Here’s a sampling of their memories, which remain vivid after more than four decades…
A wildly swinging wedding dress
I travelled on the SS United States after spending a year working in the USA for a family in 1967/68. I chose the ship because I’d had a lovely time and thought this would be a good way to end the year. I remember I was coming home to get married, and had bought my wedding dress in the US.
We left New York on 31 May 1968 and docked in Germany before going on to France, but there was some ongoing dispute there, so we went straight to Southampton. We had two or three very rough days on the crossing, and I recall my wedding dress swinging wildly from side to side as the ship rocked. In fact, I had to see the ship’s doctor, as I became a little ill.
I remember there was a very cosmopolitan atmosphere aboard, and we made friends with two German people in the dining room, among others. We had a wonderful crossing. I remember the dancing, the shops, having my hair done… it all seemed very luxurious at the time.
We arrived in Southampton on 5 June – I think it was the day Bobby Kennedy was assassinated; that was all everyone was talking about as we disembarked. I shall be very sad if the ship is scrapped, as it was a very happy time for me. – Janet Smith
In sickness and in health
In the summer of 1965-66, at age 13, I travelled with my parents and five siblings to the US for a year’s stay in the Midwest. We sailed to the UK on the Pendennis Castle, and from Southampton to New York aboard the United States. The big feature of the time was the ship’s stabilisers. However, we experienced terrible weather for the whole voyage, and whatever the stabilisers did, they did not prevent the whole lot of us (aged between 5 and 15) being frightfully seasick. She was indeed very elegant in black with white trim, although I remember regretting that we were not aboard the France.
I recall that our cabins gave the impression of being “steerage” class, and were nothing like the standard of the Pendennis; they were deep down in the bowels of the ship, some eight decks below fresh air. I also remember throwing up into ashtrays on successive floors as I fled for my bunk – and I was one of the less affected of my family. The swimming pool was indoors, and this did little to relieve the overall claustrophobic atmosphere we experienced.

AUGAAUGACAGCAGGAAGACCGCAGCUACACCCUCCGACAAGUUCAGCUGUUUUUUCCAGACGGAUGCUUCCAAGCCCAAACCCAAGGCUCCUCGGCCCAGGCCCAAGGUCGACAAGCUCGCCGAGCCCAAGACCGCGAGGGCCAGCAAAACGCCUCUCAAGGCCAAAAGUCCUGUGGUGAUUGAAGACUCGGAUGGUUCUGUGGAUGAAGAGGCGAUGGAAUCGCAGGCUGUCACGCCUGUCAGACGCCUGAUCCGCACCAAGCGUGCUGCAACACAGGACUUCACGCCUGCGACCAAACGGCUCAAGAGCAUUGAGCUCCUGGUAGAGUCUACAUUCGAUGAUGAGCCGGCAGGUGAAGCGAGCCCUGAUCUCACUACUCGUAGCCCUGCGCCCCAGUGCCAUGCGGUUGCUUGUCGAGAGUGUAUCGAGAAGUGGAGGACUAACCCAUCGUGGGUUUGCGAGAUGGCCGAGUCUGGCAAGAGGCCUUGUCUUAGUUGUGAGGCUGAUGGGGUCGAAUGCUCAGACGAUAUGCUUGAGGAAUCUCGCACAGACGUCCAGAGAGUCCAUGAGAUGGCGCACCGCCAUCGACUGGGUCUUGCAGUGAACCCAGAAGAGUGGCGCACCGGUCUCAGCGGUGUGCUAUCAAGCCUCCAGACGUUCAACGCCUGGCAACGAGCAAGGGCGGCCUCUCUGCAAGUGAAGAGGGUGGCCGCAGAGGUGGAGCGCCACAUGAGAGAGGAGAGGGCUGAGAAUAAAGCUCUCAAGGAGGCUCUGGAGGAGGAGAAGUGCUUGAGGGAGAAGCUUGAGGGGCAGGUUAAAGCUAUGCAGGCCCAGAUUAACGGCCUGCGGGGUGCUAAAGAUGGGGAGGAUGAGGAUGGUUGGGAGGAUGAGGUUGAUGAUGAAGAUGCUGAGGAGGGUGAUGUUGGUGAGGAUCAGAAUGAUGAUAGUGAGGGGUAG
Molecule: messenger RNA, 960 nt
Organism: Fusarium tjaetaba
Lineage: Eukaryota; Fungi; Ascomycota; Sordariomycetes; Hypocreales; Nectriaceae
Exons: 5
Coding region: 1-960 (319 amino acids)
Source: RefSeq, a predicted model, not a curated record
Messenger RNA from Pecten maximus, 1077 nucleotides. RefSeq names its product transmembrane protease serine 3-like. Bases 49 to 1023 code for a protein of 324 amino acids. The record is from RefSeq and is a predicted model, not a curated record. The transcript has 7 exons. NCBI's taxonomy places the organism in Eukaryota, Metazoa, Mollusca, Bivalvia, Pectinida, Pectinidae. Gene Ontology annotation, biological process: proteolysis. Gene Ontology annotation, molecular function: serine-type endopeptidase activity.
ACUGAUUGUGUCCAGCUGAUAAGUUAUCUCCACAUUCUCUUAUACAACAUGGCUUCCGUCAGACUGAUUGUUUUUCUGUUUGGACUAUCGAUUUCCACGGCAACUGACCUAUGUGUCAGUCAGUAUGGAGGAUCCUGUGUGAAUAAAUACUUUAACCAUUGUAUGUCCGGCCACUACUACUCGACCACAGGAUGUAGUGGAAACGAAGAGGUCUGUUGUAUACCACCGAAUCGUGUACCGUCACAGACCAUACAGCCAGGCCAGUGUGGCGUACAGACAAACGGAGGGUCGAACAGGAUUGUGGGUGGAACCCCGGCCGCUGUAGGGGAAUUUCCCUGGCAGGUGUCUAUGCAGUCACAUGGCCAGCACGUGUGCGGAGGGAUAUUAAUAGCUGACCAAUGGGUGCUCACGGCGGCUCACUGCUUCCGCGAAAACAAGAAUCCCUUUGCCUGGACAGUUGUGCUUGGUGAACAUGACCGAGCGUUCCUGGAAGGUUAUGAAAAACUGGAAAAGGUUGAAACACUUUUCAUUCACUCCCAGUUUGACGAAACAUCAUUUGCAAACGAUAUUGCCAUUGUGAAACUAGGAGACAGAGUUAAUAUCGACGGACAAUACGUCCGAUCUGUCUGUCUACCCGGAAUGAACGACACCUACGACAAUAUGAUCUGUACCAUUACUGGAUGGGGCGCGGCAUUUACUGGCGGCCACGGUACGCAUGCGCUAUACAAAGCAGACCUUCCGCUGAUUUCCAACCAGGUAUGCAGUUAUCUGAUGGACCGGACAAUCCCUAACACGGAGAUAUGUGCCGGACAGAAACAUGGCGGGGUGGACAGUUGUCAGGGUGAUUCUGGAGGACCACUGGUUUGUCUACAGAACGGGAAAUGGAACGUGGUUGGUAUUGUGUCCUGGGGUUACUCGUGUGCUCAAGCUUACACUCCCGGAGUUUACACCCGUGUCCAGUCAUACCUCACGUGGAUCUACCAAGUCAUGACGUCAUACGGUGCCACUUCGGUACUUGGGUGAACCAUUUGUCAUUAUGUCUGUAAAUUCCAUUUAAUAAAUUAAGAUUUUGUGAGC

Sailing into New York left me with an understanding of what immigrants must have experienced over the preceding century; the skullduggery in the customs shed was no different from what we experience at South African airports today. One of our suitcases disappeared and was later discovered hidden under an old tarpaulin.
My father (a philosopher heading for an American university on a leadership exchange programme) was devastated to find his prized bottle of 10-year-old KWV brandy had broken in transit, and his notebooks were well soaked. I guess he had a year of lectures enhanced by the aroma. – Dirk Versfeld
Of table manners and old-school celebs
My parents arranged my passage to Le Havre on the United States in June 1956. I was a boy of 15 and my parents were informed by the United States Lines that I would be the youngest person to sail unattended on the ship.
My sister was married to a US Army officer based in Schwäbisch Hall, Germany, and had invited me to spend the summer with them. To say I was eager would be an understatement; I couldn’t wait! My parents and I flew from Atlanta to New York (also a mind-boggling experience for a 15-year-old), where I boarded the ship. We flew on a Super Constellation.
Having completed the boarding procedures, my parents said goodbye with many admonitions to the effect that I should not get into trouble, and do whatever I was told. I was in Cabin Class, another term for a small cabin with four bunks. My bunk mates were three newly graduated Harvard guys only a few years older than me, but vastly wiser in dress and dining etiquette.
The ship offered an endless number of places to be explored, many of them off limits to the likes of passengers from Cabin Class. The dinner table was also an adventure, and there was an abundance of food – enough to satisfy even my ravenous appetite. Although my table manners were dodgy, it didn’t take long to learn which fork to use first.
I was in good company, too. I distinctly remember that Hollywood actors Rhonda Fleming and Victor Mature were fellow passengers. Well, they were on the same ship, anyway (travelling in First Class).
I’ve wondered many times over the years what had become of this fine ship, and it’s sad to think that she may be destined for the breaker’s yard. – Ken Sheppard